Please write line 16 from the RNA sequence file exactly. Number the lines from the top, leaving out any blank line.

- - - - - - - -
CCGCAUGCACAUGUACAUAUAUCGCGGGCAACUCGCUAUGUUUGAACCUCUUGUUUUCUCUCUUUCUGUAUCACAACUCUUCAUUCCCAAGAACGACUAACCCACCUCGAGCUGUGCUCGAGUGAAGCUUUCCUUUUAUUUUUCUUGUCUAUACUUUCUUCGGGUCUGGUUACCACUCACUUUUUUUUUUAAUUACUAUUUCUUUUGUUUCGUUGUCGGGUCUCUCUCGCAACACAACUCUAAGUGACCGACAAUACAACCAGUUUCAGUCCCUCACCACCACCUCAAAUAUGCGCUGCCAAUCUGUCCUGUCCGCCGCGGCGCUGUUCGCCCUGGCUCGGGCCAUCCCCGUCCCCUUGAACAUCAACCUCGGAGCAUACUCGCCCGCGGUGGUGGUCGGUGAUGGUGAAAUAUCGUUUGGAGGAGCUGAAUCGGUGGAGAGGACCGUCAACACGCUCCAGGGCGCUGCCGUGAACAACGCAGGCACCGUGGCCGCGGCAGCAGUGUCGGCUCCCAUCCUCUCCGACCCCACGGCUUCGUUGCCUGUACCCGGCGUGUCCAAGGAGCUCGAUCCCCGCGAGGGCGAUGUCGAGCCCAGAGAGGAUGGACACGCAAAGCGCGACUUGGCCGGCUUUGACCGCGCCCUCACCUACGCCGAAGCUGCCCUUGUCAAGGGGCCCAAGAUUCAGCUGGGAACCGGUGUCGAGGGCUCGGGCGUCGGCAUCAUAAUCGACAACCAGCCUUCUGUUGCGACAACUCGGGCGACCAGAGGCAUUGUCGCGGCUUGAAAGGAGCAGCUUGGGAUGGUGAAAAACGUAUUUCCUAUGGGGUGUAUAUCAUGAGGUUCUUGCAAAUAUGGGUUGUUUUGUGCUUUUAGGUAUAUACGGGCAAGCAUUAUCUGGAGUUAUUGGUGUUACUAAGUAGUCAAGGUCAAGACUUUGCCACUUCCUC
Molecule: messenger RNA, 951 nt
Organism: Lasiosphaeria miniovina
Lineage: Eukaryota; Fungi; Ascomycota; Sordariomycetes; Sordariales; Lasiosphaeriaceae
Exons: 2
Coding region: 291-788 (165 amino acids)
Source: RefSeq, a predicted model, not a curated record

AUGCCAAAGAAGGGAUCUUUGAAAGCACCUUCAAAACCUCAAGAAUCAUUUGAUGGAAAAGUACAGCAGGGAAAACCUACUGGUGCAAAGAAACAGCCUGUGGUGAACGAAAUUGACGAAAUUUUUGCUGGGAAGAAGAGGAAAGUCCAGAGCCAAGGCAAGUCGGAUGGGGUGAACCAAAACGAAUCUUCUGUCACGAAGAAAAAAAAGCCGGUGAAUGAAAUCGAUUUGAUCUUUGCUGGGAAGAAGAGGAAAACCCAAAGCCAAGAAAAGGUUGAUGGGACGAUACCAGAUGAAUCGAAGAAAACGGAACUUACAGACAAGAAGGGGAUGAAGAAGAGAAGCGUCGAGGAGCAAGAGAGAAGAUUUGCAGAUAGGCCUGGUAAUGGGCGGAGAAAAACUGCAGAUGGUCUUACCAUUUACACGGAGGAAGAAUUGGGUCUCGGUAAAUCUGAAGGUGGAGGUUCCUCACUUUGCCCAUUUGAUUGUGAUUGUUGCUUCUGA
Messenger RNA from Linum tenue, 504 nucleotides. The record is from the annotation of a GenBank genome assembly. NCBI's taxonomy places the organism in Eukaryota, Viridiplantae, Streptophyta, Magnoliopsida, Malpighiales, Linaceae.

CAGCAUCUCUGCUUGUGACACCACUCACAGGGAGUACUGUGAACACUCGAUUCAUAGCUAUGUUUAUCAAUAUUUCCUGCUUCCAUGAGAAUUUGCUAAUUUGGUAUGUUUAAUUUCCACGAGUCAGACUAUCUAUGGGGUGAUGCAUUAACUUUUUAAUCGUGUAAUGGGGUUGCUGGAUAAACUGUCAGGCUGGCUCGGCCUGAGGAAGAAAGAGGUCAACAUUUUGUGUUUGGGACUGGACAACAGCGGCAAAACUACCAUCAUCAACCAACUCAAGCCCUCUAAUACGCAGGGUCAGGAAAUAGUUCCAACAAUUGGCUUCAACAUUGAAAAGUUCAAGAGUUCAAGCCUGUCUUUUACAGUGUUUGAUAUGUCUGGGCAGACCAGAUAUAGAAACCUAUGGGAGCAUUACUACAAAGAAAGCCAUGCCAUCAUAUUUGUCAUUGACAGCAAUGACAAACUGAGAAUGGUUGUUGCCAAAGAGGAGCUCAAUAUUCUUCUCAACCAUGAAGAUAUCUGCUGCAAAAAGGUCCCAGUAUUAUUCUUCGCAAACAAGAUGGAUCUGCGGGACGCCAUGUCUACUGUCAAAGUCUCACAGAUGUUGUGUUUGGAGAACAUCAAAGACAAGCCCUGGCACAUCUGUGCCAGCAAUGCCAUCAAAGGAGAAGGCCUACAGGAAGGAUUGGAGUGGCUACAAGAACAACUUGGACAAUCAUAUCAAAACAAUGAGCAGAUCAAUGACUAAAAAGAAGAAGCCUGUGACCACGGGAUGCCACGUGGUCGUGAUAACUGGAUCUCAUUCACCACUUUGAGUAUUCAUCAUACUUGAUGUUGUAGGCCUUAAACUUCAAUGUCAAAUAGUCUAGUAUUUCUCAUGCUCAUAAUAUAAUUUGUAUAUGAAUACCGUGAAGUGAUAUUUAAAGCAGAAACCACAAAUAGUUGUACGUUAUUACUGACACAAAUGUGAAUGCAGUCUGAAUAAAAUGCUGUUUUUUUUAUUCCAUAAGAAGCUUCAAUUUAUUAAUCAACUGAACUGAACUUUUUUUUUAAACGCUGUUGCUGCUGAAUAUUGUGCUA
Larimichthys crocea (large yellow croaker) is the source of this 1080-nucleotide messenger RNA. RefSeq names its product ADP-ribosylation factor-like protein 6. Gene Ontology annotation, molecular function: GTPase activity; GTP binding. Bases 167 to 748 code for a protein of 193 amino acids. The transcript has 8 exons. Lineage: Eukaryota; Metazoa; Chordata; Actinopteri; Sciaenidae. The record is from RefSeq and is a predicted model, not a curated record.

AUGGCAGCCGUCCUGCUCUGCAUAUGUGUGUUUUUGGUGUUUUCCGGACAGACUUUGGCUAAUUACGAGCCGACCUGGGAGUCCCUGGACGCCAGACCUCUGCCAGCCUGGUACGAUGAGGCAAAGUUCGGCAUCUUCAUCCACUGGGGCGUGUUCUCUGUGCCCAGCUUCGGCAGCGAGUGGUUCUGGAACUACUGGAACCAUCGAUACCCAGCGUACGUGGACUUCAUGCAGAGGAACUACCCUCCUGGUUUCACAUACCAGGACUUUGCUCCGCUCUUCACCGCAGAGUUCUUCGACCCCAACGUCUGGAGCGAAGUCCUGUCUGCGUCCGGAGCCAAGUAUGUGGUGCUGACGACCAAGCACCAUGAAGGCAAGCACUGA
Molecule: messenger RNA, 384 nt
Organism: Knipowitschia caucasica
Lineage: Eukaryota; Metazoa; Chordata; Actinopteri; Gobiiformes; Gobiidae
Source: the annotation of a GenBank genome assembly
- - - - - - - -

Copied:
Source: the annotation of a GenBank genome assembly